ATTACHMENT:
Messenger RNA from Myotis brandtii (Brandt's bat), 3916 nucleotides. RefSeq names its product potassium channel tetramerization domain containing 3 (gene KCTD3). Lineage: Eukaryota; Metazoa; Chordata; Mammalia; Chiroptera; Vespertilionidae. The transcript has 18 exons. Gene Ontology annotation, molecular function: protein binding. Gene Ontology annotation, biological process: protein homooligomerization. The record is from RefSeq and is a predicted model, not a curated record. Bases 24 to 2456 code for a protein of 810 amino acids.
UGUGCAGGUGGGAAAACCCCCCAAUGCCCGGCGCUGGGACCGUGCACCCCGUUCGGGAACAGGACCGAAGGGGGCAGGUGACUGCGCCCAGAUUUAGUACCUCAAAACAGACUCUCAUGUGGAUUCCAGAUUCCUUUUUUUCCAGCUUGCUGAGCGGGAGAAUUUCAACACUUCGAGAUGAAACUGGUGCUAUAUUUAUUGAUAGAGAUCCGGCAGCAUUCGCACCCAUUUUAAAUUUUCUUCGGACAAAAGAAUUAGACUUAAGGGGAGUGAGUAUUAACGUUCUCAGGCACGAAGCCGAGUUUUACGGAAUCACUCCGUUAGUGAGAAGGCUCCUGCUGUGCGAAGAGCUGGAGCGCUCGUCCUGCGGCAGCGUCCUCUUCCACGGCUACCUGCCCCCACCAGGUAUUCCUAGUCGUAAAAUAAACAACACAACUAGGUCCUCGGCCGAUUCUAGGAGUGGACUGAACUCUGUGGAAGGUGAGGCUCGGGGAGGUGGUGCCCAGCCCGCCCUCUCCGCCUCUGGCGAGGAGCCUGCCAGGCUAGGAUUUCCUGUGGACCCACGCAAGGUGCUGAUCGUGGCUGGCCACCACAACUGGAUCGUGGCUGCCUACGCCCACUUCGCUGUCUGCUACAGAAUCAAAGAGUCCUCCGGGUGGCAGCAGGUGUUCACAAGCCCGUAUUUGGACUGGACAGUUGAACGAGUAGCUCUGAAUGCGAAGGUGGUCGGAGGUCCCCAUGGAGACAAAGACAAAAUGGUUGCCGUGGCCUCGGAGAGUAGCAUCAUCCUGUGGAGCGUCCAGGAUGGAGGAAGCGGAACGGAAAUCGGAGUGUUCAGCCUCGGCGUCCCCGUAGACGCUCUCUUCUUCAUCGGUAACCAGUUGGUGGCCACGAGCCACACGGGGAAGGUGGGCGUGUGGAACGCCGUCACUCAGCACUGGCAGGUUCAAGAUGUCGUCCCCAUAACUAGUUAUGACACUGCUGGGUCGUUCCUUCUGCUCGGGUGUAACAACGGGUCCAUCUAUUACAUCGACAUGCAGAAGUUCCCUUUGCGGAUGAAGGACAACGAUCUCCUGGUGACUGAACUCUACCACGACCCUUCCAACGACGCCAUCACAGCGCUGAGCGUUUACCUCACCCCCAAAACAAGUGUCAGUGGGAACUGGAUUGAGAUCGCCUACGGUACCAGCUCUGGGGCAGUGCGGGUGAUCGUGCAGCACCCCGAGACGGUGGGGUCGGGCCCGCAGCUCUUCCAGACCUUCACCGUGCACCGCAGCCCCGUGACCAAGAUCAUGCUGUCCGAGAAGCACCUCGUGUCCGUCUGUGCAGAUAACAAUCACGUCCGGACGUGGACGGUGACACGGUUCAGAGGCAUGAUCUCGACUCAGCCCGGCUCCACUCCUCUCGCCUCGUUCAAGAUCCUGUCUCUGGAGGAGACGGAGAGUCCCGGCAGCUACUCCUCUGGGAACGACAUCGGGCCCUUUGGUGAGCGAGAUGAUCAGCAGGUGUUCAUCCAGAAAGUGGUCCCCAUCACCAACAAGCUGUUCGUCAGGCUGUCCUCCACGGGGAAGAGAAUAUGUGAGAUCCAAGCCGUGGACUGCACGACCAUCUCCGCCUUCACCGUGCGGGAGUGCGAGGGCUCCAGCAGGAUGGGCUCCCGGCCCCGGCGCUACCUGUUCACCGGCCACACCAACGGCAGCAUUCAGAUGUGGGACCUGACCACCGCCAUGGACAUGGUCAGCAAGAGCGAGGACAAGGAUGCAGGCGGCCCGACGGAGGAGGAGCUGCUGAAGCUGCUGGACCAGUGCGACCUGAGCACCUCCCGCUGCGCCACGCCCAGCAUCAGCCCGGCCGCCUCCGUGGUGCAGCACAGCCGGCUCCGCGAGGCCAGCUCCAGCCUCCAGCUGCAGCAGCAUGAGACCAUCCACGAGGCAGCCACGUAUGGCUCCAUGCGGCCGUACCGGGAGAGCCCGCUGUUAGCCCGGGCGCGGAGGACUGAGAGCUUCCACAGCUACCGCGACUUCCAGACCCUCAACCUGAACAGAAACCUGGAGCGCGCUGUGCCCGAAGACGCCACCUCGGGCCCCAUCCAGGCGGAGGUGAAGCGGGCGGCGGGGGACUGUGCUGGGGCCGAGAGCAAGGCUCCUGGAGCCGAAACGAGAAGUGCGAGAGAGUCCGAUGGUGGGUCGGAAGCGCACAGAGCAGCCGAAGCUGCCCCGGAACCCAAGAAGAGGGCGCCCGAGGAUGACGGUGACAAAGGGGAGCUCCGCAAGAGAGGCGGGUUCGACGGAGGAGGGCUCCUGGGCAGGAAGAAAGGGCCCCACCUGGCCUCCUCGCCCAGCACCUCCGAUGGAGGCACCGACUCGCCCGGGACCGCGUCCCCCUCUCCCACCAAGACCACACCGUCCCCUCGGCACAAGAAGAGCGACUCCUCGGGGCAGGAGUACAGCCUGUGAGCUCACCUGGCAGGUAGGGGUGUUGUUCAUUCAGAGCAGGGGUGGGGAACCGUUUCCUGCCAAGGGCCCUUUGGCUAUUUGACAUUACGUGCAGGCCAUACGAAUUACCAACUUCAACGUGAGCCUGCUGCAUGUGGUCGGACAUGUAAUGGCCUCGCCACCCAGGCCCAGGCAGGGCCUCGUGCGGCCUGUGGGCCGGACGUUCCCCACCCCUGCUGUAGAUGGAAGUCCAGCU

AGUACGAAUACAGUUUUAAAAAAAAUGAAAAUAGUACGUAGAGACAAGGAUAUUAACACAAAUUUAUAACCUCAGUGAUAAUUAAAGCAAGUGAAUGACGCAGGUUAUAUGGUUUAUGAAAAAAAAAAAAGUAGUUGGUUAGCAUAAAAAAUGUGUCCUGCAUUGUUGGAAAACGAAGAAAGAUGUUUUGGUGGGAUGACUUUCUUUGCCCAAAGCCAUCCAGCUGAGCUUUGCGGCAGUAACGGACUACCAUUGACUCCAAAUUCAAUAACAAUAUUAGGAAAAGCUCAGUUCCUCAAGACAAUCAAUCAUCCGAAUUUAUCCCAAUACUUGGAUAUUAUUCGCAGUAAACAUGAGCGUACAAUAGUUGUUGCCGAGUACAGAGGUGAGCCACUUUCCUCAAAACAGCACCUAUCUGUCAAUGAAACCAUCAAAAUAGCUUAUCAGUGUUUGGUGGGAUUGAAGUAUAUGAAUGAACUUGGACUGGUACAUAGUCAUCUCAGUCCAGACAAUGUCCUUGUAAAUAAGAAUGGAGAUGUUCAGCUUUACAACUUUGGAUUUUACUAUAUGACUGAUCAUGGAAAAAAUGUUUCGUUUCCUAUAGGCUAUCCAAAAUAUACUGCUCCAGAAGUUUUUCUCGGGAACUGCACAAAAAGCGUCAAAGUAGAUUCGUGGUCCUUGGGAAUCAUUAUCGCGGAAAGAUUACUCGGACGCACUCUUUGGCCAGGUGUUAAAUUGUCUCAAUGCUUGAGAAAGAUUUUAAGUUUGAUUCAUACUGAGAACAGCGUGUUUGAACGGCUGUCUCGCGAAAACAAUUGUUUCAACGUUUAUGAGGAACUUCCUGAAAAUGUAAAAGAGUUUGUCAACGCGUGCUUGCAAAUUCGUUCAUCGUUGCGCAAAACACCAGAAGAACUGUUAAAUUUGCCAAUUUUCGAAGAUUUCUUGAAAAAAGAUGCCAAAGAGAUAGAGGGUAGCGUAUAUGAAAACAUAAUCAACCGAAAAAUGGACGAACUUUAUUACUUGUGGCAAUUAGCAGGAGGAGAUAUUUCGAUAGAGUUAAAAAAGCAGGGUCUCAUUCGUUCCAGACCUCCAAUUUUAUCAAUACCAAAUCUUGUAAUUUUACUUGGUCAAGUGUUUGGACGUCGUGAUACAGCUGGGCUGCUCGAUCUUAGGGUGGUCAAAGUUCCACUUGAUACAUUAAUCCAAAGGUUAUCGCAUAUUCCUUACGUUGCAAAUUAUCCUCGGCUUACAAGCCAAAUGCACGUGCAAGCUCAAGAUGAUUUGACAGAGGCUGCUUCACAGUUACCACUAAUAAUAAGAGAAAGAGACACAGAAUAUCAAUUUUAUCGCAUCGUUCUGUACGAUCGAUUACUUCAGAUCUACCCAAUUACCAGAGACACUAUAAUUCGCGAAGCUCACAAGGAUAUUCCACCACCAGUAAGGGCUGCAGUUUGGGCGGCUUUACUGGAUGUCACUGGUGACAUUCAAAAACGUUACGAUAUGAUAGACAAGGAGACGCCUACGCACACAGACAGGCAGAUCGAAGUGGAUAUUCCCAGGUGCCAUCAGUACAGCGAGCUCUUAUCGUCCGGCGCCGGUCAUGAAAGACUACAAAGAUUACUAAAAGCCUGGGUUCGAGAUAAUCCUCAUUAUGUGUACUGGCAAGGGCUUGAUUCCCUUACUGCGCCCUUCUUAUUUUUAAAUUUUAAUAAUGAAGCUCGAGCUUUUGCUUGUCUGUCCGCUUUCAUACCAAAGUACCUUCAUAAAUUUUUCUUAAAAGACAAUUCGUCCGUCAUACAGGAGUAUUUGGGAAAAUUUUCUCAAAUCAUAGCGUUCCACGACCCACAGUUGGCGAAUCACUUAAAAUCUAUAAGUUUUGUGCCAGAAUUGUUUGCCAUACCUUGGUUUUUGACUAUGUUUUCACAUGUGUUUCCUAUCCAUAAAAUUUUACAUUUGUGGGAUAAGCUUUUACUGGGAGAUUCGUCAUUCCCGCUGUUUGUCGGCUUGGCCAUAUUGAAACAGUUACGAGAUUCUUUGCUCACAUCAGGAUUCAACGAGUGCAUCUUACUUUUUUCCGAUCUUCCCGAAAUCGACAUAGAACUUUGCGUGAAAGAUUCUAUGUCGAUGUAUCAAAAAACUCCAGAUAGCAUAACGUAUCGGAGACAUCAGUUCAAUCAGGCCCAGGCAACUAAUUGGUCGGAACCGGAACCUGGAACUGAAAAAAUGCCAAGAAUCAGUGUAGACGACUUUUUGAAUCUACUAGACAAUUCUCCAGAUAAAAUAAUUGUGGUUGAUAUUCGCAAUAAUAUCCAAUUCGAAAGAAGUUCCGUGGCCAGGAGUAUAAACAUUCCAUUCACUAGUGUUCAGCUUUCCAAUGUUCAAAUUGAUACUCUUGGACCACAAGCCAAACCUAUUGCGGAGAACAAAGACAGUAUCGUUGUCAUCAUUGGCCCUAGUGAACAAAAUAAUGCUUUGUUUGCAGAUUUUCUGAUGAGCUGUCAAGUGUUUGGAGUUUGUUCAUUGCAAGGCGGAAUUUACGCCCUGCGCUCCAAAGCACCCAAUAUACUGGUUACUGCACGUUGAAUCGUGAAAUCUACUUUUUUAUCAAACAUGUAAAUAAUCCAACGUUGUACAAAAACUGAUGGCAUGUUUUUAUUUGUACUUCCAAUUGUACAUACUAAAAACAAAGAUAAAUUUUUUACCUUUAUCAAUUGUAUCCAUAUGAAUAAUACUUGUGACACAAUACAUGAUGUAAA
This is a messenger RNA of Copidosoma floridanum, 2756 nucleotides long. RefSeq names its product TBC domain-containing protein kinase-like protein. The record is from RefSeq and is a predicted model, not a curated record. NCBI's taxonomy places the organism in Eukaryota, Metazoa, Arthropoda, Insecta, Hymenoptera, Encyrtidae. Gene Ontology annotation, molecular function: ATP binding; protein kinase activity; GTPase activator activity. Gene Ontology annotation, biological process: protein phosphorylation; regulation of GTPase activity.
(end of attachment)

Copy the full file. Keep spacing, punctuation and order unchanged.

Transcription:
Messenger RNA from Myotis brandtii (Brandt's bat), 3916 nucleotides. RefSeq names its product potassium channel tetramerization domain containing 3 (gene KCTD3). Lineage: Eukaryota; Metazoa; Chordata; Mammalia; Chiroptera; Vespertilionidae. The transcript has 18 exons. Gene Ontology annotation, molecular function: protein binding. Gene Ontology annotation, biological process: protein homooligomerization. The record is from RefSeq and is a predicted model, not a curated record. Bases 24 to 2456 code for a protein of 810 amino acids.
UGUGCAGGUGGGAAAACCCCCCAAUGCCCGGCGCUGGGACCGUGCACCCCGUUCGGGAACAGGACCGAAGGGGGCAGGUGACUGCGCCCAGAUUUAGUACCUCAAAACAGACUCUCAUGUGGAUUCCAGAUUCCUUUUUUUCCAGCUUGCUGAGCGGGAGAAUUUCAACACUUCGAGAUGAAACUGGUGCUAUAUUUAUUGAUAGAGAUCCGGCAGCAUUCGCACCCAUUUUAAAUUUUCUUCGGACAAAAGAAUUAGACUUAAGGGGAGUGAGUAUUAACGUUCUCAGGCACGAAGCCGAGUUUUACGGAAUCACUCCGUUAGUGAGAAGGCUCCUGCUGUGCGAAGAGCUGGAGCGCUCGUCCUGCGGCAGCGUCCUCUUCCACGGCUACCUGCCCCCACCAGGUAUUCCUAGUCGUAAAAUAAACAACACAACUAGGUCCUCGGCCGAUUCUAGGAGUGGACUGAACUCUGUGGAAGGUGAGGCUCGGGGAGGUGGUGCCCAGCCCGCCCUCUCCGCCUCUGGCGAGGAGCCUGCCAGGCUAGGAUUUCCUGUGGACCCACGCAAGGUGCUGAUCGUGGCUGGCCACCACAACUGGAUCGUGGCUGCCUACGCCCACUUCGCUGUCUGCUACAGAAUCAAAGAGUCCUCCGGGUGGCAGCAGGUGUUCACAAGCCCGUAUUUGGACUGGACAGUUGAACGAGUAGCUCUGAAUGCGAAGGUGGUCGGAGGUCCCCAUGGAGACAAAGACAAAAUGGUUGCCGUGGCCUCGGAGAGUAGCAUCAUCCUGUGGAGCGUCCAGGAUGGAGGAAGCGGAACGGAAAUCGGAGUGUUCAGCCUCGGCGUCCCCGUAGACGCUCUCUUCUUCAUCGGUAACCAGUUGGUGGCCACGAGCCACACGGGGAAGGUGGGCGUGUGGAACGCCGUCACUCAGCACUGGCAGGUUCAAGAUGUCGUCCCCAUAACUAGUUAUGACACUGCUGGGUCGUUCCUUCUGCUCGGGUGUAACAACGGGUCCAUCUAUUACAUCGACAUGCAGAAGUUCCCUUUGCGGAUGAAGGACAACGAUCUCCUGGUGACUGAACUCUACCACGACCCUUCCAACGACGCCAUCACAGCGCUGAGCGUUUACCUCACCCCCAAAACAAGUGUCAGUGGGAACUGGAUUGAGAUCGCCUACGGUACCAGCUCUGGGGCAGUGCGGGUGAUCGUGCAGCACCCCGAGACGGUGGGGUCGGGCCCGCAGCUCUUCCAGACCUUCACCGUGCACCGCAGCCCCGUGACCAAGAUCAUGCUGUCCGAGAAGCACCUCGUGUCCGUCUGUGCAGAUAACAAUCACGUCCGGACGUGGACGGUGACACGGUUCAGAGGCAUGAUCUCGACUCAGCCCGGCUCCACUCCUCUCGCCUCGUUCAAGAUCCUGUCUCUGGAGGAGACGGAGAGUCCCGGCAGCUACUCCUCUGGGAACGACAUCGGGCCCUUUGGUGAGCGAGAUGAUCAGCAGGUGUUCAUCCAGAAAGUGGUCCCCAUCACCAACAAGCUGUUCGUCAGGCUGUCCUCCACGGGGAAGAGAAUAUGUGAGAUCCAAGCCGUGGACUGCACGACCAUCUCCGCCUUCACCGUGCGGGAGUGCGAGGGCUCCAGCAGGAUGGGCUCCCGGCCCCGGCGCUACCUGUUCACCGGCCACACCAACGGCAGCAUUCAGAUGUGGGACCUGACCACCGCCAUGGACAUGGUCAGCAAGAGCGAGGACAAGGAUGCAGGCGGCCCGACGGAGGAGGAGCUGCUGAAGCUGCUGGACCAGUGCGACCUGAGCACCUCCCGCUGCGCCACGCCCAGCAUCAGCCCGGCCGCCUCCGUGGUGCAGCACAGCCGGCUCCGCGAGGCCAGCUCCAGCCUCCAGCUGCAGCAGCAUGAGACCAUCCACGAGGCAGCCACGUAUGGCUCCAUGCGGCCGUACCGGGAGAGCCCGCUGUUAGCCCGGGCGCGGAGGACUGAGAGCUUCCACAGCUACCGCGACUUCCAGACCCUCAACCUGAACAGAAACCUGGAGCGCGCUGUGCCCGAAGACGCCACCUCGGGCCCCAUCCAGGCGGAGGUGAAGCGGGCGGCGGGGGACUGUGCUGGGGCCGAGAGCAAGGCUCCUGGAGCCGAAACGAGAAGUGCGAGAGAGUCCGAUGGUGGGUCGGAAGCGCACAGAGCAGCCGAAGCUGCCCCGGAACCCAAGAAGAGGGCGCCCGAGGAUGACGGUGACAAAGGGGAGCUCCGCAAGAGAGGCGGGUUCGACGGAGGAGGGCUCCUGGGCAGGAAGAAAGGGCCCCACCUGGCCUCCUCGCCCAGCACCUCCGAUGGAGGCACCGACUCGCCCGGGACCGCGUCCCCCUCUCCCACCAAGACCACACCGUCCCCUCGGCACAAGAAGAGCGACUCCUCGGGGCAGGAGUACAGCCUGUGAGCUCACCUGGCAGGUAGGGGUGUUGUUCAUUCAGAGCAGGGGUGGGGAACCGUUUCCUGCCAAGGGCCCUUUGGCUAUUUGACAUUACGUGCAGGCCAUACGAAUUACCAACUUCAACGUGAGCCUGCUGCAUGUGGUCGGACAUGUAAUGGCCUCGCCACCCAGGCCCAGGCAGGGCCUCGUGCGGCCUGUGGGCCGGACGUUCCCCACCCCUGCUGUAGAUGGAAGUCCAGCU

AGUACGAAUACAGUUUUAAAAAAAAUGAAAAUAGUACGUAGAGACAAGGAUAUUAACACAAAUUUAUAACCUCAGUGAUAAUUAAAGCAAGUGAAUGACGCAGGUUAUAUGGUUUAUGAAAAAAAAAAAAGUAGUUGGUUAGCAUAAAAAAUGUGUCCUGCAUUGUUGGAAAACGAAGAAAGAUGUUUUGGUGGGAUGACUUUCUUUGCCCAAAGCCAUCCAGCUGAGCUUUGCGGCAGUAACGGACUACCAUUGACUCCAAAUUCAAUAACAAUAUUAGGAAAAGCUCAGUUCCUCAAGACAAUCAAUCAUCCGAAUUUAUCCCAAUACUUGGAUAUUAUUCGCAGUAAACAUGAGCGUACAAUAGUUGUUGCCGAGUACAGAGGUGAGCCACUUUCCUCAAAACAGCACCUAUCUGUCAAUGAAACCAUCAAAAUAGCUUAUCAGUGUUUGGUGGGAUUGAAGUAUAUGAAUGAACUUGGACUGGUACAUAGUCAUCUCAGUCCAGACAAUGUCCUUGUAAAUAAGAAUGGAGAUGUUCAGCUUUACAACUUUGGAUUUUACUAUAUGACUGAUCAUGGAAAAAAUGUUUCGUUUCCUAUAGGCUAUCCAAAAUAUACUGCUCCAGAAGUUUUUCUCGGGAACUGCACAAAAAGCGUCAAAGUAGAUUCGUGGUCCUUGGGAAUCAUUAUCGCGGAAAGAUUACUCGGACGCACUCUUUGGCCAGGUGUUAAAUUGUCUCAAUGCUUGAGAAAGAUUUUAAGUUUGAUUCAUACUGAGAACAGCGUGUUUGAACGGCUGUCUCGCGAAAACAAUUGUUUCAACGUUUAUGAGGAACUUCCUGAAAAUGUAAAAGAGUUUGUCAACGCGUGCUUGCAAAUUCGUUCAUCGUUGCGCAAAACACCAGAAGAACUGUUAAAUUUGCCAAUUUUCGAAGAUUUCUUGAAAAAAGAUGCCAAAGAGAUAGAGGGUAGCGUAUAUGAAAACAUAAUCAACCGAAAAAUGGACGAACUUUAUUACUUGUGGCAAUUAGCAGGAGGAGAUAUUUCGAUAGAGUUAAAAAAGCAGGGUCUCAUUCGUUCCAGACCUCCAAUUUUAUCAAUACCAAAUCUUGUAAUUUUACUUGGUCAAGUGUUUGGACGUCGUGAUACAGCUGGGCUGCUCGAUCUUAGGGUGGUCAAAGUUCCACUUGAUACAUUAAUCCAAAGGUUAUCGCAUAUUCCUUACGUUGCAAAUUAUCCUCGGCUUACAAGCCAAAUGCACGUGCAAGCUCAAGAUGAUUUGACAGAGGCUGCUUCACAGUUACCACUAAUAAUAAGAGAAAGAGACACAGAAUAUCAAUUUUAUCGCAUCGUUCUGUACGAUCGAUUACUUCAGAUCUACCCAAUUACCAGAGACACUAUAAUUCGCGAAGCUCACAAGGAUAUUCCACCACCAGUAAGGGCUGCAGUUUGGGCGGCUUUACUGGAUGUCACUGGUGACAUUCAAAAACGUUACGAUAUGAUAGACAAGGAGACGCCUACGCACACAGACAGGCAGAUCGAAGUGGAUAUUCCCAGGUGCCAUCAGUACAGCGAGCUCUUAUCGUCCGGCGCCGGUCAUGAAAGACUACAAAGAUUACUAAAAGCCUGGGUUCGAGAUAAUCCUCAUUAUGUGUACUGGCAAGGGCUUGAUUCCCUUACUGCGCCCUUCUUAUUUUUAAAUUUUAAUAAUGAAGCUCGAGCUUUUGCUUGUCUGUCCGCUUUCAUACCAAAGUACCUUCAUAAAUUUUUCUUAAAAGACAAUUCGUCCGUCAUACAGGAGUAUUUGGGAAAAUUUUCUCAAAUCAUAGCGUUCCACGACCCACAGUUGGCGAAUCACUUAAAAUCUAUAAGUUUUGUGCCAGAAUUGUUUGCCAUACCUUGGUUUUUGACUAUGUUUUCACAUGUGUUUCCUAUCCAUAAAAUUUUACAUUUGUGGGAUAAGCUUUUACUGGGAGAUUCGUCAUUCCCGCUGUUUGUCGGCUUGGCCAUAUUGAAACAGUUACGAGAUUCUUUGCUCACAUCAGGAUUCAACGAGUGCAUCUUACUUUUUUCCGAUCUUCCCGAAAUCGACAUAGAACUUUGCGUGAAAGAUUCUAUGUCGAUGUAUCAAAAAACUCCAGAUAGCAUAACGUAUCGGAGACAUCAGUUCAAUCAGGCCCAGGCAACUAAUUGGUCGGAACCGGAACCUGGAACUGAAAAAAUGCCAAGAAUCAGUGUAGACGACUUUUUGAAUCUACUAGACAAUUCUCCAGAUAAAAUAAUUGUGGUUGAUAUUCGCAAUAAUAUCCAAUUCGAAAGAAGUUCCGUGGCCAGGAGUAUAAACAUUCCAUUCACUAGUGUUCAGCUUUCCAAUGUUCAAAUUGAUACUCUUGGACCACAAGCCAAACCUAUUGCGGAGAACAAAGACAGUAUCGUUGUCAUCAUUGGCCCUAGUGAACAAAAUAAUGCUUUGUUUGCAGAUUUUCUGAUGAGCUGUCAAGUGUUUGGAGUUUGUUCAUUGCAAGGCGGAAUUUACGCCCUGCGCUCCAAAGCACCCAAUAUACUGGUUACUGCACGUUGAAUCGUGAAAUCUACUUUUUUAUCAAACAUGUAAAUAAUCCAACGUUGUACAAAAACUGAUGGCAUGUUUUUAUUUGUACUUCCAAUUGUACAUACUAAAAACAAAGAUAAAUUUUUUACCUUUAUCAAUUGUAUCCAUAUGAAUAAUACUUGUGACACAAUACAUGAUGUAAA
This is a messenger RNA of Copidosoma floridanum, 2756 nucleotides long. RefSeq names its product TBC domain-containing protein kinase-like protein. The record is from RefSeq and is a predicted model, not a curated record. NCBI's taxonomy places the organism in Eukaryota, Metazoa, Arthropoda, Insecta, Hymenoptera, Encyrtidae. Gene Ontology annotation, molecular function: ATP binding; protein kinase activity; GTPase activator activity. Gene Ontology annotation, biological process: protein phosphorylation; regulation of GTPase activity.